My instinct would be go for it - you have to really - and have nothing to lose (without an appeal he is unlikely to get a place) and everything to gain.


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PostPosted: Mon Jan 26, 2015 8:20 pm 
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Mummydearest wrote:
If he did well then presumably it would work very well in his favour at appeal, as proof of ability
Agreed - it would help.

Quote:
- but what if he did badly? WCC say we wouldn't have to use it as evidence but in all likelihood the appeals panel would ask WCC why they didn't do anything and they would say that they offered and he took a resit. At this point have we ruined our appeal chances?
Well, it wouldn't exactly help - especially if the rest of your academic evidence isn't too strong.

However, if you were to make clear that the EP report came too late, and that the LA is blameless, I'm not sure an appeal panel would normally press the LA to explain what arrangements they put in place. I've never before heard of a resit being arranged in such circumstances.

Of course, if the appeal panel is aware that WCC make special arrangements in these circumstances, then they probably would ask - and I note you say that WCC are expecting to be questioned.

In your defence you would have to explain what a difficult decision you had to take, bearing in mind that children with aspergers tend to be upset by unplanned for changes in their routine.

Quote:
If we don't take the resit then again the panel would probably know that we were offered and refused. Would that be held against us?
Not necessarily - but again, you would have to make the case for why you took the decision you did.

Quote:
The real worry is that even though he is now entitled to an extra 10 minutes to address the learning difficulties this doesn't address all the Aspergers problems and it honestly might make no difference at all (I worry that on a bad day it would just give him another 10 minutes to stare at the distracting fly on the wall). Also he had been cosseted and mentally prepared for over a year to sit the 11+ and of course we couldn't do this for a resit which would have to happen in the next month or so.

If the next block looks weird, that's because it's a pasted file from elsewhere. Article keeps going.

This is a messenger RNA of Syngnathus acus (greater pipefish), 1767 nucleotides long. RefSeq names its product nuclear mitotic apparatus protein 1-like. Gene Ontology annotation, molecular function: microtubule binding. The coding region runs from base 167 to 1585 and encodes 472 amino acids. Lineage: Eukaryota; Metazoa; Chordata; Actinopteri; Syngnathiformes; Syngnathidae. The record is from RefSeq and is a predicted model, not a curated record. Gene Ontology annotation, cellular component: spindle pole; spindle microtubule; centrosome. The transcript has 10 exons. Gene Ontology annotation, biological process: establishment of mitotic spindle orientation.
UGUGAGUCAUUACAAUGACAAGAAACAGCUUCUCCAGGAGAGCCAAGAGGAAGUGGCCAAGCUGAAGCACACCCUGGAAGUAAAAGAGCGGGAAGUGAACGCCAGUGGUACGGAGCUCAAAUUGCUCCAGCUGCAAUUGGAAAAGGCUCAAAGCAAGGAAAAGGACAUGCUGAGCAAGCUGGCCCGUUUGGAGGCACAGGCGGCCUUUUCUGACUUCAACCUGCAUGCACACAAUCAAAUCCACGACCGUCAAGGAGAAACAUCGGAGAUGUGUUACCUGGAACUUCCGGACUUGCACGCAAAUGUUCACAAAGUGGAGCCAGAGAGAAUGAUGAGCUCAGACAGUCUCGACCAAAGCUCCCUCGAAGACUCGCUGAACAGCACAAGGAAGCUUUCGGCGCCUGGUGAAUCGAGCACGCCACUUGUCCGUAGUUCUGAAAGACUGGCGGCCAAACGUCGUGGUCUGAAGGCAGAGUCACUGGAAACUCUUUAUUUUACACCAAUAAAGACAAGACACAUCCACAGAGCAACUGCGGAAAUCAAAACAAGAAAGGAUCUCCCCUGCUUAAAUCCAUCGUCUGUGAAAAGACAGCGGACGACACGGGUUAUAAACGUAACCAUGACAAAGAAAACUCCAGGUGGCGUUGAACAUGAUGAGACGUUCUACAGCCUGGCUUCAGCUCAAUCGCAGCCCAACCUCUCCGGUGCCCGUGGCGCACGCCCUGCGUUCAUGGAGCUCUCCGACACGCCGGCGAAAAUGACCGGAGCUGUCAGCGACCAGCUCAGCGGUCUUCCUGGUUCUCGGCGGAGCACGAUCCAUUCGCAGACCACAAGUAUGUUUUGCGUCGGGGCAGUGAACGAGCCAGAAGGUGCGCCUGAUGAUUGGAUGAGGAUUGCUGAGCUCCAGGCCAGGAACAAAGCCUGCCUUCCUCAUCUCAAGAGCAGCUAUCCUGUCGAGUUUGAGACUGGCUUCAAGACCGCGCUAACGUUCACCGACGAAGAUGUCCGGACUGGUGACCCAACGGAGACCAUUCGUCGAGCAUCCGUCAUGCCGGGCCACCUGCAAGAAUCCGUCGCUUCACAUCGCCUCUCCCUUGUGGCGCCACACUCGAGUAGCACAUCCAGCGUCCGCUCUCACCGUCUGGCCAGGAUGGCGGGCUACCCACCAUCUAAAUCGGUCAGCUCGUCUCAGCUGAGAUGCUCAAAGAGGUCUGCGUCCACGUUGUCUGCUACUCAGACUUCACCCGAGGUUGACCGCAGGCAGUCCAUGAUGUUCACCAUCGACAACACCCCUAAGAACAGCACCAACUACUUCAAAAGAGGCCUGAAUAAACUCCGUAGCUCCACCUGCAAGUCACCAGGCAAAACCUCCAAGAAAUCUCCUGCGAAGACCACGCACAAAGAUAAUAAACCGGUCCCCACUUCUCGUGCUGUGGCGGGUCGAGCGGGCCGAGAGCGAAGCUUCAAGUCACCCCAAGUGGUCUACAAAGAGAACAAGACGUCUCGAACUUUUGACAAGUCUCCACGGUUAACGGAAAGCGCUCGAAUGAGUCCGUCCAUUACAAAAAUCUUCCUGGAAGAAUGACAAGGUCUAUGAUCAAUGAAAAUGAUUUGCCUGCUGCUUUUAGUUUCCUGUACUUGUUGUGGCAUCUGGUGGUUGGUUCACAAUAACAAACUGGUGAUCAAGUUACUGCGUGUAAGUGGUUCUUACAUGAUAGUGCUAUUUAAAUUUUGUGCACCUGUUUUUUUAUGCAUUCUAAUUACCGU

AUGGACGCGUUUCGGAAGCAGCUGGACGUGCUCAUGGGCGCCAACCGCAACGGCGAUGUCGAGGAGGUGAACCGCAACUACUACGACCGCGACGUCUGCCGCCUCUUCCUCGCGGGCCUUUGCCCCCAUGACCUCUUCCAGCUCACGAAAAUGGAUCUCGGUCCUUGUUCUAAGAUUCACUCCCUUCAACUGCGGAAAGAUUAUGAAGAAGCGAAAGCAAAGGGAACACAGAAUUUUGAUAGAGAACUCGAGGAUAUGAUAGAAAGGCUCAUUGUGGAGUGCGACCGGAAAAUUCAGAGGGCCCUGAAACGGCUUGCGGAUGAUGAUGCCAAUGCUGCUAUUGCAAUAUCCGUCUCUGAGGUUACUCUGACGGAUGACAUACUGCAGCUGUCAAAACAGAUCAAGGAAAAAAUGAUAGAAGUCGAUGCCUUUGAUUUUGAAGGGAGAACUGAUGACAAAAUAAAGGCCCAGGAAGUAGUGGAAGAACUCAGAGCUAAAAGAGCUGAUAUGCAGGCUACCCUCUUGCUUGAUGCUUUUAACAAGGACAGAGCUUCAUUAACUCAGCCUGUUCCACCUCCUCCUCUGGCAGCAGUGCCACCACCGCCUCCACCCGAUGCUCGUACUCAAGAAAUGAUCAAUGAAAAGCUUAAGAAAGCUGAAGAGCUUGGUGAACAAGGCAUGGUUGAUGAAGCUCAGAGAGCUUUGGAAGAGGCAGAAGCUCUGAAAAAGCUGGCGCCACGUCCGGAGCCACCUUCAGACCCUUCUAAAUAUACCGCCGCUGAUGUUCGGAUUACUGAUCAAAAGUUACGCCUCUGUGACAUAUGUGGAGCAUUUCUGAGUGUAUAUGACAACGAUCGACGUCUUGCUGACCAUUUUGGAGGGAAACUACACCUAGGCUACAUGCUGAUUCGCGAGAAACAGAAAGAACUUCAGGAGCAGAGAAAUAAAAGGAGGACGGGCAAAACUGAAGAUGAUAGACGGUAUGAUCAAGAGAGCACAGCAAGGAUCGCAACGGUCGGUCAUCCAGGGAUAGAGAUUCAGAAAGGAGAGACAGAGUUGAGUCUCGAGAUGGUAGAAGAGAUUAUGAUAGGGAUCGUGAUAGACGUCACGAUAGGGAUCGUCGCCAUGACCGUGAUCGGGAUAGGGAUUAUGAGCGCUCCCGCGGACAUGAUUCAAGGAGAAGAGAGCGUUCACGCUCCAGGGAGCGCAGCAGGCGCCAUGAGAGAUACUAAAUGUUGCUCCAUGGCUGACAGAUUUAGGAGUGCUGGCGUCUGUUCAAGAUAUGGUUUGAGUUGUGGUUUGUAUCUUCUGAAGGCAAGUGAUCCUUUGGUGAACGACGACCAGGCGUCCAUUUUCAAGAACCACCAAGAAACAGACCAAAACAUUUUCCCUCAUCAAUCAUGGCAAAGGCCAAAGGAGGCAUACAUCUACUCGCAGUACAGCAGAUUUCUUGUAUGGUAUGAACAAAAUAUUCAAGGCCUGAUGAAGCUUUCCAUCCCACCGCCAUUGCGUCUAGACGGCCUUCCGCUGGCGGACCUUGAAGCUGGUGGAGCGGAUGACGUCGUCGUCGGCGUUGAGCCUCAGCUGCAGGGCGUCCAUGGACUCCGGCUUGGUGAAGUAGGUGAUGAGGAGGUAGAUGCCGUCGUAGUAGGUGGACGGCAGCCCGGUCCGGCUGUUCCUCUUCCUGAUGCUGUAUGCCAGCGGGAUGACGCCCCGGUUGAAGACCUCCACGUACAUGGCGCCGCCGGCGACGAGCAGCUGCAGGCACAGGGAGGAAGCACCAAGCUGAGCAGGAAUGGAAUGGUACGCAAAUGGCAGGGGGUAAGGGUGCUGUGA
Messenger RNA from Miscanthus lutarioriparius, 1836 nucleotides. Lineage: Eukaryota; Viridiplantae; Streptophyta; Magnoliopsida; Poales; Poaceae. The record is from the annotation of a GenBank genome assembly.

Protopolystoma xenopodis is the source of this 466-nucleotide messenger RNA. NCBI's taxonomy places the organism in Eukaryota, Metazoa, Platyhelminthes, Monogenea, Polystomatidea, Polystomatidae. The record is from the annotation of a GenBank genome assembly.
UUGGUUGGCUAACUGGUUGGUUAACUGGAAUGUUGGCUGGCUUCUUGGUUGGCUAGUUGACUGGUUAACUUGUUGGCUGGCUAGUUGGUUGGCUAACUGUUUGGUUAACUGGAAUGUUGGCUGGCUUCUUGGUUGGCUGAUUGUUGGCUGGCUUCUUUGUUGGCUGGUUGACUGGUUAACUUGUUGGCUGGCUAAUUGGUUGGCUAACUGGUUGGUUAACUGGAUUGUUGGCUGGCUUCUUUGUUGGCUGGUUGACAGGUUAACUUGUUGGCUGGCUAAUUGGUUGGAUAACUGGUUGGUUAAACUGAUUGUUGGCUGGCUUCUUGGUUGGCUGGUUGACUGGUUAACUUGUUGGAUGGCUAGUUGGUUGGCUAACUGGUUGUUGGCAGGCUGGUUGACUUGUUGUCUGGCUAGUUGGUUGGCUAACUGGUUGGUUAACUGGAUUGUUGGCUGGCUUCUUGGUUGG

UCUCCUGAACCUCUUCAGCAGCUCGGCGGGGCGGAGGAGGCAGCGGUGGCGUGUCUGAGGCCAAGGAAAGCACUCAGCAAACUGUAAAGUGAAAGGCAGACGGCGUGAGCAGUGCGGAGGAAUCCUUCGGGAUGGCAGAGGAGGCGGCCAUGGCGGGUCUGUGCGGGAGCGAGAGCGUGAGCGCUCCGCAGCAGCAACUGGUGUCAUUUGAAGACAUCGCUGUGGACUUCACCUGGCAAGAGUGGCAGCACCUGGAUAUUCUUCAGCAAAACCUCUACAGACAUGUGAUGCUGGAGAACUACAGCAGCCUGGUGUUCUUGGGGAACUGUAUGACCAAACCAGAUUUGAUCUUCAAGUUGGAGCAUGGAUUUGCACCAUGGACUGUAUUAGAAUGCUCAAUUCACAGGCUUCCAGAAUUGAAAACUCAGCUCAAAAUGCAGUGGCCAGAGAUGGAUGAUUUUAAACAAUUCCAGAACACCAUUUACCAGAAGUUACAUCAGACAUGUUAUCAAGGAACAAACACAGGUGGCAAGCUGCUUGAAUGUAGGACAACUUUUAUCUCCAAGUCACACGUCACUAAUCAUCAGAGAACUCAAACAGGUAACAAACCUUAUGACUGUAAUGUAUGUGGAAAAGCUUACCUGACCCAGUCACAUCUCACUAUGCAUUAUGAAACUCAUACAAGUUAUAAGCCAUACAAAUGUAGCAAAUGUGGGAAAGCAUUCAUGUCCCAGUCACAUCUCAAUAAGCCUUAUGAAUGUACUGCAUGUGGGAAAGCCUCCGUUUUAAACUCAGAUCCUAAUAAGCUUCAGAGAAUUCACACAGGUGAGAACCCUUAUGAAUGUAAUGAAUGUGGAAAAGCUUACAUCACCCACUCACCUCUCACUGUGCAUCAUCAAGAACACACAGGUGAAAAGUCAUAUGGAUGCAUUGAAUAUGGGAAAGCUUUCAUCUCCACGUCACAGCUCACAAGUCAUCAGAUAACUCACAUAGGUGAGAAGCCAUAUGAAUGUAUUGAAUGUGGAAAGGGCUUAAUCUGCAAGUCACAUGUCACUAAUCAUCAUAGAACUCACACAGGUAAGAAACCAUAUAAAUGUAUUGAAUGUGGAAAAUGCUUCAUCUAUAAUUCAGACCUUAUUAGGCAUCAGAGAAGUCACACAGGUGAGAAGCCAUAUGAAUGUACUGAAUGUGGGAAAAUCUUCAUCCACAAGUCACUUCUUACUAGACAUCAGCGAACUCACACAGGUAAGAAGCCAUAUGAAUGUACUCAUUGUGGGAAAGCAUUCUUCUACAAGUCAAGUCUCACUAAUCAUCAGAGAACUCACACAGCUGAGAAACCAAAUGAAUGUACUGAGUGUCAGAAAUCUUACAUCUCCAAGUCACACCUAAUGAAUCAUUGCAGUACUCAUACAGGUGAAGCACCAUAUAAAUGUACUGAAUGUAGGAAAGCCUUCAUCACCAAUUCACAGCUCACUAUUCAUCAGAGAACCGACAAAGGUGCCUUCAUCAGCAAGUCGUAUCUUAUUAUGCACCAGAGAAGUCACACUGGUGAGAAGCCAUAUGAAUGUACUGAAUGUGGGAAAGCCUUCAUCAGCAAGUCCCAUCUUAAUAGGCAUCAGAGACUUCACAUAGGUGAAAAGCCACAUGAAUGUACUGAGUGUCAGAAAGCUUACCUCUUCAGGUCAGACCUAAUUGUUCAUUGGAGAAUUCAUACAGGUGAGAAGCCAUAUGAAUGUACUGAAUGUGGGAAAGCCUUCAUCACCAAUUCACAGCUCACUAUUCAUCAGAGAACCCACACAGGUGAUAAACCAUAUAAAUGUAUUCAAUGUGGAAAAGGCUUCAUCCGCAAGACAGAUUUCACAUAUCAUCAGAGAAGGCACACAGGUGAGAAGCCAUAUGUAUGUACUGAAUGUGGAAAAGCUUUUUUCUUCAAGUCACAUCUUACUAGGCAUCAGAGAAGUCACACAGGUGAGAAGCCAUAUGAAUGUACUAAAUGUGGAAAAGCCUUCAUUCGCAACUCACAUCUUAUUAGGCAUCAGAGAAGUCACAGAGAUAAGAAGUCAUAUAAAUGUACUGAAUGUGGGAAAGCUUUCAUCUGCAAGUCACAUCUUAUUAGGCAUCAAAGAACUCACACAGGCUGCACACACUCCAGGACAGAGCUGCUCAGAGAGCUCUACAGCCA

Agreed.

Quote:
I'm also very conscious that his school books are not going to be of great help in proving ability (all his teachers say he is MUCH more able than they are able to prove from the amount or work he produces) and due to various problems at school his SATs results are not going to be that great. From his KS1 SATs he should have been in target for high 5s but due to at least two terrible years at school (bullying, teacher who couldnt handle a kid with Aspergers, a year in which he had multiple class teachers etc) and their lack of reacting to his non- progress until Year 6 (panic mode!) , an unsupportive SENCO and a general refusal to spend any money on him at all, he will be lucky to hit low 5s in maths and writing although his literacy may reach 5a. The Head and his class teacher are however generally supportive of him as a child with GS ability.
You have lots of extenuating circumstances - but the main problem looks like being the alternative academic evidence. This could be an argument in favour of the resit (even though it's a gamble). It offers the possibility of some additional evidence.

Quote:
How would an appeals panel view the various issues it would throw up.
I don't think it's possible to say categorically how any individual appeal panel would react. One panel might take a particular view - another panel might have a completely different view.

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PostPosted: Fri Feb 27, 2015 4:27 pm 
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I do apologise, I thought I had replied to this. Thank you for your thoughts and advice. In the end we decided not to take the resit. It seemed a terribly unfair thing to do to him especially as we had promised him it was all over. We do have an ed psych report showing him at 97th percentile for verbal and a high average for numeracy so we'll go with what we've got to appeal and what will be, will be.